Decoding the DnA of the Guardians of the Galaxy (Part 3)

Mitch Nissen Mitch Nissen
Expert Contributor
July 23rd, 2017

Grew up reading comic books in the 90's. Marvel fan at heart. Hulk, the Midnight Sons, and Marvel's cosmic universe are my favorites.

Decoding the DnA of the Guardians of the Galaxy (Part 3)
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From 2008 to 2011 writers Dan Abnett and Andy Lanning told the tale of the Guardians. But it was more than merely a story about Star-Lord and his team. DnA (Dan and Andy) piloted the last great era for Marvel's cosmic realms, taking characters created across forty years, picking up long dormant plot threads, and bringing their stories full circle. Their work is a love letter to Marvel cosmic. Come with us as we attempt to decode the DnA of the Guardians of Marvel cosmic.

The Guardians of the Galaxy wouldn't be what they are today had it not been for the 2008 comic book by Dan Abnett and Andy Lanning. These two skilled writers pay homage to many characters and story arcs throughout their runs on Nova, Guardians of the Galaxy, and the various events and mini series surrounding the two titles.

This reverential tone is carried through DnA's work on their cosmic books from start to finish. And while celebrating Marvel's cosmic past the writing duo also crafted the future. This is the third entry in a series of articles digging deeper into the references and inspirations that resulted in Abnett and Lanning's cosmic saga. These articles are an attempt at a brief annotation of the 2008 Guardians of the Galaxy and the surrounding comic books. If you haven't yet read the previous articles click on the links below:

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Decoding the DnA of the Guardians of the Galaxy (Part 1)

Decoding the DnA of the Guardians of the Galaxy (Part 2)

The Celestial Harbinger

The character of Moondragon has a long and storied past which has been contributed to by many writers and creators. Created by Jim Starlin, Moondragon's significant story arcs include battling the Mad Titan in the original Thanos epic running through Captain Marvel volume 1. She was a main player in the Celestial Madonna arc in the pages of the Avengers as well. Later Moondragon was possessed by the Dragon of the Moon and subsequently died in Defenders. She attempted to force a courtship with Wendell Vaughn in Quasar before being called to join the Infinity Watch.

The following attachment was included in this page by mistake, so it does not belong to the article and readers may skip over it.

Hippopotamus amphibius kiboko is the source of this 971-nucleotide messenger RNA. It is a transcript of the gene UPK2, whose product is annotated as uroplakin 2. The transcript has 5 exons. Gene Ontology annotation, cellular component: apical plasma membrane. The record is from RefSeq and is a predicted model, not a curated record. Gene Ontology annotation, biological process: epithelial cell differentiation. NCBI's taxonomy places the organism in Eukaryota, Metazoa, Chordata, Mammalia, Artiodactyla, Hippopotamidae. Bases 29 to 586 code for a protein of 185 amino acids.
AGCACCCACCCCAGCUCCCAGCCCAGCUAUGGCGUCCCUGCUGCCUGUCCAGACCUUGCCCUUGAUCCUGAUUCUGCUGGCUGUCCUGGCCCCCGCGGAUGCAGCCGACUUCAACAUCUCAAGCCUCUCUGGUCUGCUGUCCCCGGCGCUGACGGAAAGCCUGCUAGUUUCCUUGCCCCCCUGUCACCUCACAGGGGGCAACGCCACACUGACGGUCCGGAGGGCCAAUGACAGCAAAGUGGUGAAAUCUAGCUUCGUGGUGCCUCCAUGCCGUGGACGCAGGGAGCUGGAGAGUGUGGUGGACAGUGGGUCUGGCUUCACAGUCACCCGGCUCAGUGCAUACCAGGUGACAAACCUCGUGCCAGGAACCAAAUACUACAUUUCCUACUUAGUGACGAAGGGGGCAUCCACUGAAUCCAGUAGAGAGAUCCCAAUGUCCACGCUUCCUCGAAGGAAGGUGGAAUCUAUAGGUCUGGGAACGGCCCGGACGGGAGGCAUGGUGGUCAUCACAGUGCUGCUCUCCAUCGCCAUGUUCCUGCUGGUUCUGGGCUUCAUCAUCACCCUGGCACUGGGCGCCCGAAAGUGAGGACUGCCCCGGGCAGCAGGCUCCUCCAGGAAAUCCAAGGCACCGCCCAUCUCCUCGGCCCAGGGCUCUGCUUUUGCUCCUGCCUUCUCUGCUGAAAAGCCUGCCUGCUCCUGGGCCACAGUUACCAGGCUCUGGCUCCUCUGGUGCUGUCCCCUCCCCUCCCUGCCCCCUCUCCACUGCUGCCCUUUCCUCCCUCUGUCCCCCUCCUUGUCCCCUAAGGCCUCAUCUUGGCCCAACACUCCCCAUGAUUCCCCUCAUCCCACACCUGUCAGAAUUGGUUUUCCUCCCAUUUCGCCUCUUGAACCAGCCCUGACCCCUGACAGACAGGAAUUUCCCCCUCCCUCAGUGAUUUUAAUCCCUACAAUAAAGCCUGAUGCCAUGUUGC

Several pieces from Moondragon's past stories return in Abnett and Lanning's cosmic saga. Moondragon's transformation into an actual dragon during the pages of Annihilation Conquest is a reference to her being possessed by the Dragon of the Moon in the Defenders. When Phyla-Vell becomes Quasar, Moondragon is finally able to be in a relationship with a character named Quasar, albeit not Wendell Vaughn.

Author Steve Englehart is the creator of Mantis and the author of the classic Celestial Madonna arc. The Celestial Madonna story arc from the 1970's is referenced multiple times, once when Mantis comes face to face with Kang the Conqueror and again when Moondragon is impregnated. During the Celestial Madonna arc both Mantis and Moondragon are possible candidates to be the Celestial Madonna, the woman destined to give birth the great cosmic savior. Kang was the primary antagonist during the arc and the honor of Celestial Madonna eventually went to Mantis.

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Guardians

Credit: Marvel Comics

During Abnett and Lanning's Guardians when Mantis and the rest of the team encounter Kang, Mantis simply states "Encounters with you, Conqueror, are always far more than simply 'Agreeable.'" A character flaw of Moondragon's has been jealousy of Mantis and anger at being passed up for the role of Celestial Madonna. In issue 22 of Abnett and Lanning's Guardians, Moondragon finds herself the unwilling vessel/mother for a being which could destroy the universe, an inversion of the Celestial Madonna role she coveted in the past.

Starlin's Bar

While Abnett and Lanning draw threads from Gruenwald, Nicieza, and many others, there is one other with whom DnA have drawn great inspiration from while crafting their cosmic saga: Jim Starlin. No creators, save for Stan Lee and Jack Kirby, have done more to further Marvel's cosmic realm than Jim Starlin.